“[Hurricane Katrina] is worse than 9/11 in terms of the economy impacts.”
So says Aspen, Colorado Energy Economist Philip Verleger. If his predictions come true, we could see gas prices double in the next six weeks and consumer spending grind to a halt.
On Monday, oil prices surged past the $70 mark on supply fears, and gasoline customers are already reeling at the effects. Almost overnight, gas prices have jumped up $0.25 to $0.30 per gallon or more in the United States and about $0.20 to $0.25 per liter in Canada.
For many budget-strapped customers, gasoline for their automobiles has become a luxury they simply can’t afford. In the 1970s, we saw a similar phenomenon, whereby supply shocks forced oil prices to rise to the point where recession hit. Energy experts are now experiencing a little déjà vu.
Here’s what just a handful of pundits are saying:
Wal-Mart Stores Inc. Chief Executive Lee Scott said, “From the energy perspective, there is no good news in this for anyone,” on Tuesday.
Federal Reserve Bank of Atlanta Director of Research Rober Eisenbeis told reporters, “The supply shock side is where you get more of a significant impact.”
AAA Spokesman Geoff Sundstrom said, “This is going to have a nationwide effect.”
Pickering Energy Partners President Dan Pickering commented, “We shouldn’t be surprised that unleaded gasoline is up 20% in two days… If there are actually physical problems at the refineries, you could be real, real tight at the refineries really fast.”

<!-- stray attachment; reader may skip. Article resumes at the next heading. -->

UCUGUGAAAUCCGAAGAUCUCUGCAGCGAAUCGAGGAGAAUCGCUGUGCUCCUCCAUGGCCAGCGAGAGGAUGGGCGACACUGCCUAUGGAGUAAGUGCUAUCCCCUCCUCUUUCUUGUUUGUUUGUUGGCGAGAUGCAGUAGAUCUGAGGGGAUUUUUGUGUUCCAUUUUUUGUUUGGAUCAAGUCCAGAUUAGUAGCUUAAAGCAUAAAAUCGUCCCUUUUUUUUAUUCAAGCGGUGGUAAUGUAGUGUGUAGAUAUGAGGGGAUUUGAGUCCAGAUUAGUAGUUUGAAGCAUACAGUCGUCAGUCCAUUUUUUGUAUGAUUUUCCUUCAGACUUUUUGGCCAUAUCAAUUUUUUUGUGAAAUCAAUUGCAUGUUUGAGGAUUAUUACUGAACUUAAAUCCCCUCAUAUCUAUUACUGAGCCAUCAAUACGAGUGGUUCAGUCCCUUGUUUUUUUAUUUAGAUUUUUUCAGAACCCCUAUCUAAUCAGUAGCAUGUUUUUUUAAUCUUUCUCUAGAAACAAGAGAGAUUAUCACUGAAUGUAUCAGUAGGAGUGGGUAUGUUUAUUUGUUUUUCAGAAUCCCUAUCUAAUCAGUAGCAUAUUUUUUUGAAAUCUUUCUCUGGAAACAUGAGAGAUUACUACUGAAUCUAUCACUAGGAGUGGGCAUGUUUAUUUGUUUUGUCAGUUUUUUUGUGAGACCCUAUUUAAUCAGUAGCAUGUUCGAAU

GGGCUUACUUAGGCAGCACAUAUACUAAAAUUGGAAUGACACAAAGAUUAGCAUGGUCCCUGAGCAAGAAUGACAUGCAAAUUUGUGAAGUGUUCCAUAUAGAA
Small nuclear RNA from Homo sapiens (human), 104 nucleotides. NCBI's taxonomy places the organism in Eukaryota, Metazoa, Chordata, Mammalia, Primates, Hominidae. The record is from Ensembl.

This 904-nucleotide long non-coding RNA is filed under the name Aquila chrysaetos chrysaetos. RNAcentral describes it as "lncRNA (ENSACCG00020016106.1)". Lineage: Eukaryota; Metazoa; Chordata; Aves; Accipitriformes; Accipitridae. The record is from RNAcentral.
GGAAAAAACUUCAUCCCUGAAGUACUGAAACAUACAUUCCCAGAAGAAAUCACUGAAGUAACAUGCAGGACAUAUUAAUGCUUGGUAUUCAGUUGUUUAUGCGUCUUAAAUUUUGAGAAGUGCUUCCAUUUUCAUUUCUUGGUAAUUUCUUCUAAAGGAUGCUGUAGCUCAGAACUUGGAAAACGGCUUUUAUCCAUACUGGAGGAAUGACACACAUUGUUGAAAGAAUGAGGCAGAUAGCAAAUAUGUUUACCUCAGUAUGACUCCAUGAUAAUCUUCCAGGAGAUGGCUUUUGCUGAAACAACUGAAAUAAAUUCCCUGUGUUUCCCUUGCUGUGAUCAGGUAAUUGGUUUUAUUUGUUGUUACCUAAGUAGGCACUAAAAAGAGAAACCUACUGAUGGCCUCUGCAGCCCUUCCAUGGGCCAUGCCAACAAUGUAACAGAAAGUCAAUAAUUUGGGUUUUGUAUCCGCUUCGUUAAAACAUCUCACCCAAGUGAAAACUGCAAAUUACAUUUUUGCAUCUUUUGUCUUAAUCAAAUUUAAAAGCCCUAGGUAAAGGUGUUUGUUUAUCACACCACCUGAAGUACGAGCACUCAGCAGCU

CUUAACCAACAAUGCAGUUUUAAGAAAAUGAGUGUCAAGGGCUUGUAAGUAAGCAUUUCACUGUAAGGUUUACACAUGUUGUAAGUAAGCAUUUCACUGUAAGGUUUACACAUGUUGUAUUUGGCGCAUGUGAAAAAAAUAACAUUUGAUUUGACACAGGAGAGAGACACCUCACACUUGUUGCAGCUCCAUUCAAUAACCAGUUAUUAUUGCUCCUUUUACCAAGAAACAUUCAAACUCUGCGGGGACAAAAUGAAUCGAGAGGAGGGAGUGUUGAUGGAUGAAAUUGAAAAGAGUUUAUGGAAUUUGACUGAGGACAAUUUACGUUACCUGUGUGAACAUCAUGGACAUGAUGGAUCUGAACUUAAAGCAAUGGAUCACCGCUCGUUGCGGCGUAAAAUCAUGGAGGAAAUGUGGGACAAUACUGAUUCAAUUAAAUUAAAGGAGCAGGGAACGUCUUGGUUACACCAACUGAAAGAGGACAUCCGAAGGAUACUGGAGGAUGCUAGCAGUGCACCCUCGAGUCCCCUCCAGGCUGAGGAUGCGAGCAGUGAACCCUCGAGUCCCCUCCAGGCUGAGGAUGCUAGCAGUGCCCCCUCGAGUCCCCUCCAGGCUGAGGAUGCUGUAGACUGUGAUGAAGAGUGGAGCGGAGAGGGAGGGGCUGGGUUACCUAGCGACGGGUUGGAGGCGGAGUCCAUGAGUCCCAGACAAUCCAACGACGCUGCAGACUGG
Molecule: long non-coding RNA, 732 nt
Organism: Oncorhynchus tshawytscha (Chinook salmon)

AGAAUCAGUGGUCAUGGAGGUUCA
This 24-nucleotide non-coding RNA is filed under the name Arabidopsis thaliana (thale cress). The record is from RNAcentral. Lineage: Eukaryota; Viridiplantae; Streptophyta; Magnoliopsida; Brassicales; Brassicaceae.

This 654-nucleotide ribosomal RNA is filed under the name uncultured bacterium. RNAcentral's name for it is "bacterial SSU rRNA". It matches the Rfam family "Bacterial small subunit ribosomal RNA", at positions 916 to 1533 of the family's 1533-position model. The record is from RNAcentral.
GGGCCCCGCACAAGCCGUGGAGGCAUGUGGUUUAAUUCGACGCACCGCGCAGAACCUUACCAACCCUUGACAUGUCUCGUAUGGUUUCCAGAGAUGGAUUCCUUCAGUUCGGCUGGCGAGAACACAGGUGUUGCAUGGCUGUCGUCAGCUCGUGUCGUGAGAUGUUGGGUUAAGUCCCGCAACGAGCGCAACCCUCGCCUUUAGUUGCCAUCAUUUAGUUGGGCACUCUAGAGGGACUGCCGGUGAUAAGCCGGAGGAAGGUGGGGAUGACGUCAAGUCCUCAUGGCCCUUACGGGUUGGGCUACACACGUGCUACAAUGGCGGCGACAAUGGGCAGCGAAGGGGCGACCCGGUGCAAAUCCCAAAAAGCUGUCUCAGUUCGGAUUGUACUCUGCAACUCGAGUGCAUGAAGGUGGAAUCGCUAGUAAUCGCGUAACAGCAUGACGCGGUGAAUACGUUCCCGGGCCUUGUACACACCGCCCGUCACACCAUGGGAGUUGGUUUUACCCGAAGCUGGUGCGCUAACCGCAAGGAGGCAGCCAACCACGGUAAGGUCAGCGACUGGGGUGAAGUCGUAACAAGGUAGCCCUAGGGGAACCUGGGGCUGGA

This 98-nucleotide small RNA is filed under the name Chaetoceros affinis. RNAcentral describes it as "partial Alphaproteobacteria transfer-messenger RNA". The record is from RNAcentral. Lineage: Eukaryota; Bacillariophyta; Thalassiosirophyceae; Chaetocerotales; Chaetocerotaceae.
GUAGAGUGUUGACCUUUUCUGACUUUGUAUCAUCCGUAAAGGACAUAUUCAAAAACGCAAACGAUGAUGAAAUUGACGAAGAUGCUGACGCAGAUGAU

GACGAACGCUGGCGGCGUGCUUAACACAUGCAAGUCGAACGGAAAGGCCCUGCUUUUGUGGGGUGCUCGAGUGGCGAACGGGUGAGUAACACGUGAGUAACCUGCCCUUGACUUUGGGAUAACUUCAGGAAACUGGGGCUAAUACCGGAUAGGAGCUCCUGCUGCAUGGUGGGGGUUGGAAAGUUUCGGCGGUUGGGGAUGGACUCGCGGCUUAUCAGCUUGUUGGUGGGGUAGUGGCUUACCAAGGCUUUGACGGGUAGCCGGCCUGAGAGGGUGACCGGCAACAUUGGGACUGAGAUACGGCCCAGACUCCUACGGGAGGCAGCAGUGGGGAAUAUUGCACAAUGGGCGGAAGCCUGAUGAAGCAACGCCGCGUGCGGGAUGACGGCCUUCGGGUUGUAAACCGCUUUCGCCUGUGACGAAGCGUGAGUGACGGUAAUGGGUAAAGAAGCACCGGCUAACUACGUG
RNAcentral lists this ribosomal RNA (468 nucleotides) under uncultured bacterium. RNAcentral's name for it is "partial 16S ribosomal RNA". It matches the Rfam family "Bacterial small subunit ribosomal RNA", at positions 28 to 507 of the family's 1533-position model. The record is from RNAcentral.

He added to this statement by saying, “What you don’t have in the system is the ability to run every car full of gas. If you get a hoarding mentality among the consumers, then it tightens the system even further. Fear of shortage begets the shortage. It becomes a vicious circle.”
“It is utter chaos right now,” said Cal Dive International Inc. Supply Manager Carl Thornton.
On Tuesday, Florida Lieutenant Governor Toni Jennings urged all drivers to avoid driving unless absolutely necessary. Chevron Corp is rationing its gasoline to wholesalers.
Adding to the problem is the fact that Venezuela and Mexican crude oil exporters, America’s closest suppliers, are already working at full capacity — meaning they cannot assist the United States in alleviating the shortfall.
Seven major oil refineries in the United States, that represent 1.7 million barrels a day of crude oil processing, were still closed as of yesterday. The experts are saying that approximately 10% of U.S. refining capacity is out of commission for the foreseeable future — and this will affect consumers across the country and around the world.
Before Katrina hit, OPEC had already been expressing concerns that it might be unable to meet the expected global demand of 85.9 million barrels per day for this winter — and surely a drop of almost 2% of that figure here at home is going to have major ramifications in the world energy market.
The U.S. economy will be hit hard by this “Act of God” — to a magnitude we cannot yet estimate. This may put a big hitch in Greenspan’s plans to keep raising interest rates this year, and, furthermore, it may represent the final push of the already weak American economy over the cliff into an ugly valley called “recession.”